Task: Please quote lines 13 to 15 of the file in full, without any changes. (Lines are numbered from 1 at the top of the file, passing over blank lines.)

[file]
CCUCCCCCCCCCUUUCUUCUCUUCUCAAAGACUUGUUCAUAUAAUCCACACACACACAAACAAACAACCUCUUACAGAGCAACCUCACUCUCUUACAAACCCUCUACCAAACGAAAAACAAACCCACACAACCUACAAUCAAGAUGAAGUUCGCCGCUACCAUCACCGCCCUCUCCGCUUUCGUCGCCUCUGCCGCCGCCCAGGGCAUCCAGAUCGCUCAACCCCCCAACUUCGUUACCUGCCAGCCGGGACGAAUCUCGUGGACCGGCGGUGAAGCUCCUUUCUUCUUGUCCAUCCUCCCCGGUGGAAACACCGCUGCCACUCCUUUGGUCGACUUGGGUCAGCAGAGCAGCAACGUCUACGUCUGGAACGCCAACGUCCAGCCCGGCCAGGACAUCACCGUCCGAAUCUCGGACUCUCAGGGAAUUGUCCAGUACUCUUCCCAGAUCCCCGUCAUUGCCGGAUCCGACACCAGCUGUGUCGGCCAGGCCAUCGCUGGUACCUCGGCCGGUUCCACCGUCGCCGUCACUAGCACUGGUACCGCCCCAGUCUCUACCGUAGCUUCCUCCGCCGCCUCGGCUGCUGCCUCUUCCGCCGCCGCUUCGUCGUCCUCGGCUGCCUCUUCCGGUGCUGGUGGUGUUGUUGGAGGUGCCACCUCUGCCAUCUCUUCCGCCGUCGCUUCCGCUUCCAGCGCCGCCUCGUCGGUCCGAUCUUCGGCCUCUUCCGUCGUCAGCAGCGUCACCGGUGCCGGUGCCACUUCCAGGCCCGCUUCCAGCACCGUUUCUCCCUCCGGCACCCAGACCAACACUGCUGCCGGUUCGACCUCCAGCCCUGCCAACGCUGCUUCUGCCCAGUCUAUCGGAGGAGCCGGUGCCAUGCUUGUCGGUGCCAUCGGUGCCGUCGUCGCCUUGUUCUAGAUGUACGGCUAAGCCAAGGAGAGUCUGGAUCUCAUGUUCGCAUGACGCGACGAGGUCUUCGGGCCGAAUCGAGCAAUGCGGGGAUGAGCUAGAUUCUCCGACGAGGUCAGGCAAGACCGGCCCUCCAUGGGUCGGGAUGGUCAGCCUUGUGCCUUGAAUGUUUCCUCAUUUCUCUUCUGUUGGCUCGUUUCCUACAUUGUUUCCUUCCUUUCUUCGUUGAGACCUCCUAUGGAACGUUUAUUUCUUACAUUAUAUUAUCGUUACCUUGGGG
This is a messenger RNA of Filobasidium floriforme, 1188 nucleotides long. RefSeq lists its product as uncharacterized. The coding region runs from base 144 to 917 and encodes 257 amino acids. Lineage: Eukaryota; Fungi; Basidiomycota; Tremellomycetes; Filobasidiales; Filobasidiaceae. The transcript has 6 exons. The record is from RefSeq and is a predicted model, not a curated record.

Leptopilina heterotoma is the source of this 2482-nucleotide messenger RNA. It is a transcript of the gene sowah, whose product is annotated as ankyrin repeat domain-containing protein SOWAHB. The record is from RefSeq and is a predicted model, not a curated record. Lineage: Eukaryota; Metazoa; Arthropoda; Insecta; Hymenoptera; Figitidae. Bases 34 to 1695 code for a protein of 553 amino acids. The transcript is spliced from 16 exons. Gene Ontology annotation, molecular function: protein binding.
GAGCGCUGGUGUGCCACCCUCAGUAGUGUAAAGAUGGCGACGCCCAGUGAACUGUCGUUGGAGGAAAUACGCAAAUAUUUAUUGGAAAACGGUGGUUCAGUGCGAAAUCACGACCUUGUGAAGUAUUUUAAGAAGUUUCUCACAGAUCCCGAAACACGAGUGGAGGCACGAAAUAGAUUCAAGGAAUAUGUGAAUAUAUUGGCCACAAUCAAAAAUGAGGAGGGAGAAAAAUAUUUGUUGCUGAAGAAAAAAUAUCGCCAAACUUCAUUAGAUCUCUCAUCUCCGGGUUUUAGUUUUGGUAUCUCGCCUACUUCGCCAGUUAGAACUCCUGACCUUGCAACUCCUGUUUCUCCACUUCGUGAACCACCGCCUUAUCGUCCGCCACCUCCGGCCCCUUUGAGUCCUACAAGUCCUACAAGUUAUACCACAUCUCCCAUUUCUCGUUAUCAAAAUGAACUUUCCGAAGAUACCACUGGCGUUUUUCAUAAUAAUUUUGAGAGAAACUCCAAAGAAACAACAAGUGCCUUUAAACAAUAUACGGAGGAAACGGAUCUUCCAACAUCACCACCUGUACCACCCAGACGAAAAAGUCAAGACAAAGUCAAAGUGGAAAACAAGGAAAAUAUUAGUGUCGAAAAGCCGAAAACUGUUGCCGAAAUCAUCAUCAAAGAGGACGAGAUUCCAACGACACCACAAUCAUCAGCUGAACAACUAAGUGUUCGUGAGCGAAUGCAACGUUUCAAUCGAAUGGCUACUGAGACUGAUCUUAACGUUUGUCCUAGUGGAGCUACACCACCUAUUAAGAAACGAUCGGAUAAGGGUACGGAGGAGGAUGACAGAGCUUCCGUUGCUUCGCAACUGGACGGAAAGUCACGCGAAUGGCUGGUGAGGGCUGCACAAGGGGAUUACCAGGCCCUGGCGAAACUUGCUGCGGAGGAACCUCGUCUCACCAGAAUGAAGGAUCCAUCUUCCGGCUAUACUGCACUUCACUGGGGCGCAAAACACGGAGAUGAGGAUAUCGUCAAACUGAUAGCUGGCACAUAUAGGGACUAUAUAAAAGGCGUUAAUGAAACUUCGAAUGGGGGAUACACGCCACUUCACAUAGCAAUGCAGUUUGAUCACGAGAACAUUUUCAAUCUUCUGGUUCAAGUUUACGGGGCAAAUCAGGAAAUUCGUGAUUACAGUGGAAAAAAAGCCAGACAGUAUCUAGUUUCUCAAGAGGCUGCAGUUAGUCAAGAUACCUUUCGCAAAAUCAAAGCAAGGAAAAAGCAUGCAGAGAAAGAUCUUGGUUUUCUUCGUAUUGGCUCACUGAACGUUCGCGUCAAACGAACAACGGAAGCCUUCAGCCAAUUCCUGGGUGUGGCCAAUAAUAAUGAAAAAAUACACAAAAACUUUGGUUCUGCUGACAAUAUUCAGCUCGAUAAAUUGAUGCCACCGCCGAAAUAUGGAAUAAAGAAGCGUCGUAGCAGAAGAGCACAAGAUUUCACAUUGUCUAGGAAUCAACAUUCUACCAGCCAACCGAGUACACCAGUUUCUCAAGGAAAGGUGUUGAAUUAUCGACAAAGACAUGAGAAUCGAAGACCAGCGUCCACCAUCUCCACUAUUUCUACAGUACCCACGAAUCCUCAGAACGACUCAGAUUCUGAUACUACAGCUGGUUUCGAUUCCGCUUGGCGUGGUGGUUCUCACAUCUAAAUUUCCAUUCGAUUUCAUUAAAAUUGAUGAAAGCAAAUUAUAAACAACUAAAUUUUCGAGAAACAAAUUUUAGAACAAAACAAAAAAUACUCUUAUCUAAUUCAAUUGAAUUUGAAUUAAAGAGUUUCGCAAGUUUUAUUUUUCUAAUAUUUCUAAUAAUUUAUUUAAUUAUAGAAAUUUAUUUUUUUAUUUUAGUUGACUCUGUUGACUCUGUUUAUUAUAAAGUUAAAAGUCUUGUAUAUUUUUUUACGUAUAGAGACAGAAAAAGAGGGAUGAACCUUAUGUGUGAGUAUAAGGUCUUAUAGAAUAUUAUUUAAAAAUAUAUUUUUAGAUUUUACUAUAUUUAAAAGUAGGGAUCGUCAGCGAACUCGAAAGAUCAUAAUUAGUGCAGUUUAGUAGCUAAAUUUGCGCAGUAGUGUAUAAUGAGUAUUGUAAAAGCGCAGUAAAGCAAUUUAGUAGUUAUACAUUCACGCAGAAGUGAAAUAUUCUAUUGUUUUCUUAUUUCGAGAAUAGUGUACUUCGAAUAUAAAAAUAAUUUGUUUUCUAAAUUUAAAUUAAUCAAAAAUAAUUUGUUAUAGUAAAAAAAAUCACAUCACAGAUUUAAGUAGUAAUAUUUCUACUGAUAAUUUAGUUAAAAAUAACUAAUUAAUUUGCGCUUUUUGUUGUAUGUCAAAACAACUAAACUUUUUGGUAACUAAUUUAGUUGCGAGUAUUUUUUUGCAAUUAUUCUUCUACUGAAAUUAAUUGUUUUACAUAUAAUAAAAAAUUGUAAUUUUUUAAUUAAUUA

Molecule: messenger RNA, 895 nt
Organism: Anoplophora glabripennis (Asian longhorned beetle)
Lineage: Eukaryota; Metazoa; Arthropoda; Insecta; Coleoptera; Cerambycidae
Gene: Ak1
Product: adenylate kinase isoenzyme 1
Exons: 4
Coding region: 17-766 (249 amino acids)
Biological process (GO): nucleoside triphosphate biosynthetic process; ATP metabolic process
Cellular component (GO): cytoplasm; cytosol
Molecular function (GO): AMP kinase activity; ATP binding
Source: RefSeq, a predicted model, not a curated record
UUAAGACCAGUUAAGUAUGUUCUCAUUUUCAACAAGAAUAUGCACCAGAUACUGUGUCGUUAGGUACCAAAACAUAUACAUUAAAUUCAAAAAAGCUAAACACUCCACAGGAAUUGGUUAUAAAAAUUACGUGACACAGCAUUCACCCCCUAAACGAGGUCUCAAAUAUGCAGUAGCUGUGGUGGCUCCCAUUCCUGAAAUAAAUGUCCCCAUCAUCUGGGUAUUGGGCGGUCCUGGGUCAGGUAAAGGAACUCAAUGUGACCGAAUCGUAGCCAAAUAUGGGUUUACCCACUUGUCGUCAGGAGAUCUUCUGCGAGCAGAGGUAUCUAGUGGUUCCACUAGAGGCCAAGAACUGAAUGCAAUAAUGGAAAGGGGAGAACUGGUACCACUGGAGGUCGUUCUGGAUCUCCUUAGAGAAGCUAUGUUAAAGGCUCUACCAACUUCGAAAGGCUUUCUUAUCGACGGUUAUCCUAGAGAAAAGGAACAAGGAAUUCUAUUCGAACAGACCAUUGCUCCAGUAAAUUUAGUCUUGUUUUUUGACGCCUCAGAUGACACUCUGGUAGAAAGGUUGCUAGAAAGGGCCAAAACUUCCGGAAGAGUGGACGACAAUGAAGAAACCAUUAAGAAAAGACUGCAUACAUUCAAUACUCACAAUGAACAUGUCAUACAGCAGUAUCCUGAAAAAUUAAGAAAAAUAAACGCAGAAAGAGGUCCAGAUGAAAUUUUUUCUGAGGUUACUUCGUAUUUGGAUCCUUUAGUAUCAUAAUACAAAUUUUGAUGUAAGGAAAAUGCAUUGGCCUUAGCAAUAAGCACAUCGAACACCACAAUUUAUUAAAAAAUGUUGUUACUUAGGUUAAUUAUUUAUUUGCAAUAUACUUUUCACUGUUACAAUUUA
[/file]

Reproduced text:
Cellular component (GO): cytoplasm; cytosol
Molecular function (GO): AMP kinase activity; ATP binding
Source: RefSeq, a predicted model, not a curated record